Asian stocks crash during war, inflation dominates markets

A man wearing a protective mask rides a bicycle in front of an electronic board showing the Japanese Nikkei 225 and New York Dow indices at a securities firm on Thursday, March 10, 2022 in Tokyo.  Japan's stock market benchmark rose 4% and other Asian markets jumped on Thursday after oil prices fell, easing fears that inflation could pick up.  (AP Photo/Eugene Hoshiko)

A man wearing a protective mask rides a bicycle in front of an electronic board showing the Japanese Nikkei 225 and New York Dow indices at a securities firm on Thursday, March 10, 2022 in Tokyo. Japan’s stock market benchmark rose 4% and other Asian markets jumped on Thursday after oil prices fell, easing fears that inflation could pick up. (AP Photo/Eugene Hoshiko)

PA

Stocks fell on Friday in Asia as uncertainty surrounding the war in Ukraine and continued high inflation maintain their grip on markets.

Hong Kong fell 3.6% and Tokyo 2.4%.

Investors are worried about how the global economy might fight off price pressures and slowing growth.

A plan to revoke Russia’s most favored nation trade status following its invasion of Ukraine has added to unease over the economic repercussions of the escalating conflict after talks between foreign ministers of the two countries showed no concrete progress.

President Joe Biden plans to announce the change on Friday, according to a source familiar with the matter who spoke on condition of anonymity to preview the announcement.

Pressure is mounting in Washington to revoke what is officially known as “permanent normal trade relations” with Russia, allowing the United States and its allies to impose tariffs on Russian imports.

Tokyo’s Nikkei 225 was down 625.66 points at 25,064.74 at noon and the Hang Seng in Hong Kong was down 751 points at 20,139.07.

The Shanghai Composite lost 1.8% to 3,237.46, while Seoul’s Kospi fell 1.1% to 2,652.58. In Australia, the S&P/ASX 200 fell 0.9% to 7,066.80. All other regional markets fell.

Stocks slid on Wall Street on Thursday in choppy trading as oil prices rebounded, with a barrel of U.S. crude jumping 5.7%, before ending down 2.5%. A day earlier, benchmarks hit their biggest gain since June 2020, when a slump in oil prices appeared to ease pressure on high global inflation.

The S&P 500 fell 0.4% to 4,259.52. The benchmark is now 11.2% below the all-time high it hit earlier this year. The Dow Jones Industrial Average fell 0.3% to 33,174.07, while the tech-heavy Nasdaq composite slipped 0.9% to 13,129.96.

Small company stocks held up better than the broader market. The Russell 2000 was down 0.2%, at 2,011.67.

Losses were widespread, with big tech companies among the most price-heavy. Chip and software companies collapsed. Micron Technology fell 4.7% and Advanced Micro Devices fell 4.1%

Amazon climbed 5.4% after announcing a 20-to-1 stock split and approving a buyback program of up to $10 billion of its stock.

Oil swings are just some of the waves rocking the markets. The European Central Bank said high inflation will push it to conclude its bond-buying program intended to stimulate its economy faster than expected. In the US, a report showed consumer prices jumped 7.9% in February from a year earlier. This is the largest spike since 1982, although the reading was largely in line with expectations.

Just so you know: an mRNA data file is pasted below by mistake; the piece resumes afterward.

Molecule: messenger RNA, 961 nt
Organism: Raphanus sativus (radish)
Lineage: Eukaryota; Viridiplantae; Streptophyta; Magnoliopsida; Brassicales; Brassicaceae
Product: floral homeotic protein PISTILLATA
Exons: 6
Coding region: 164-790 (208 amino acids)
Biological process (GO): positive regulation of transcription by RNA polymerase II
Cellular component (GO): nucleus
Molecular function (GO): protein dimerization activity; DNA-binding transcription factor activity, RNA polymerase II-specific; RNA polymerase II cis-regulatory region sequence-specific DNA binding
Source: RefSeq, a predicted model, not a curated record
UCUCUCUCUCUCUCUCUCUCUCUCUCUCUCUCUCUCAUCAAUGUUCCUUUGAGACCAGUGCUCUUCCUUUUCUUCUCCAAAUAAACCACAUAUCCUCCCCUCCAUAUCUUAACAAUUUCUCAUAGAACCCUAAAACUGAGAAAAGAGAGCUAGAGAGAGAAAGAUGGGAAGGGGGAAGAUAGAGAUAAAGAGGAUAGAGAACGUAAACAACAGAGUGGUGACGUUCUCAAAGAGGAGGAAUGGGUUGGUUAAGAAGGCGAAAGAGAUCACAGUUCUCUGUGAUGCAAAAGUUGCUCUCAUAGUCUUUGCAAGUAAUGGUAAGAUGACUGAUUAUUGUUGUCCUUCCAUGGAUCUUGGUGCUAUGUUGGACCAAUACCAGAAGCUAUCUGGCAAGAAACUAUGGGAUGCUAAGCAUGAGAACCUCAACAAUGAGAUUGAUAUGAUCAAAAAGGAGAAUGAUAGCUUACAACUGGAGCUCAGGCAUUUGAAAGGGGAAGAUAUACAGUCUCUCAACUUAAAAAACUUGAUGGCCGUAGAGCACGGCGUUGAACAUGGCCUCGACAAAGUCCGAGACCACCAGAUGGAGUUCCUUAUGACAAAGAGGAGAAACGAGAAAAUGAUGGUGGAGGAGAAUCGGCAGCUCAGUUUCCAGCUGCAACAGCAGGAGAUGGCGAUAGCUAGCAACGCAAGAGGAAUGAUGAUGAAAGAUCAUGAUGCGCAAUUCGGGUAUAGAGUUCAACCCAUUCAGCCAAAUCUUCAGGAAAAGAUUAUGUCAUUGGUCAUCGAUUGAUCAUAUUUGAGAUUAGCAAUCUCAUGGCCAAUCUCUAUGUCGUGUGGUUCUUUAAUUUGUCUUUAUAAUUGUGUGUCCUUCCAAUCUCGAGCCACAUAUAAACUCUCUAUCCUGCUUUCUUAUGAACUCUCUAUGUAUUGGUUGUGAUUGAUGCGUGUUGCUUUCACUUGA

Volatility has become the norm since Russia invaded Ukraine. This has raised concerns about rising prices for oil, wheat and other commodities produced in the region.

Investors were already nervous before the war as high inflation prompted central banks to raise interest rates for the first time since the start of the pandemic and to suspend programs launched to support the global economy.

Analysts said Thursday’s US inflation report was exactly what economists were expecting, and did not include the most recent spike in oil and gasoline prices after the invasion. of Ukraine by Russia. On the contrary, it may have offered some relief as it did not reach the 8% threshold that triggers the alarm.

Many investors said the report was unlikely to change anything for the Federal Reserve, which will meet next week to vote on interest rates. It is expected to raise its short-term policy rate by a quarter of a percentage point, which would be the first since 2018. Rising rates are slowing the economy, and the Fed is trying to raise them enough to curb inflation but not that much. that it causes a recession.

Oil prices have moderated since their wild swings earlier this week.

Benchmark U.S. crude added 9 cents to $106.11 a barrel after falling $2.68 to $106.02 a barrel on Thursday.

Brent crude, the basis for international prices, fell 28 cents to $109.05 a barrel.

So far, this oil and the benchmark US oil are up more than 40% for 2022, although they remain below highs reached earlier this week, when US oil briefly rose above $130.

The 10-year Treasury yield, which tracks expectations for inflation and economic growth, fell immediately after the release of the inflation report. It rose to 2% against 1.94% on Wednesday evening. Early Friday, it was at 1.97%.

The US dollar rose to 116.44 Japanese yen from 116.11 yen and the euro rose to $1.1001 from $1.0987.

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AP Business Writers Damian J. Troise, Alex Veiga and Stan Choe contributed.

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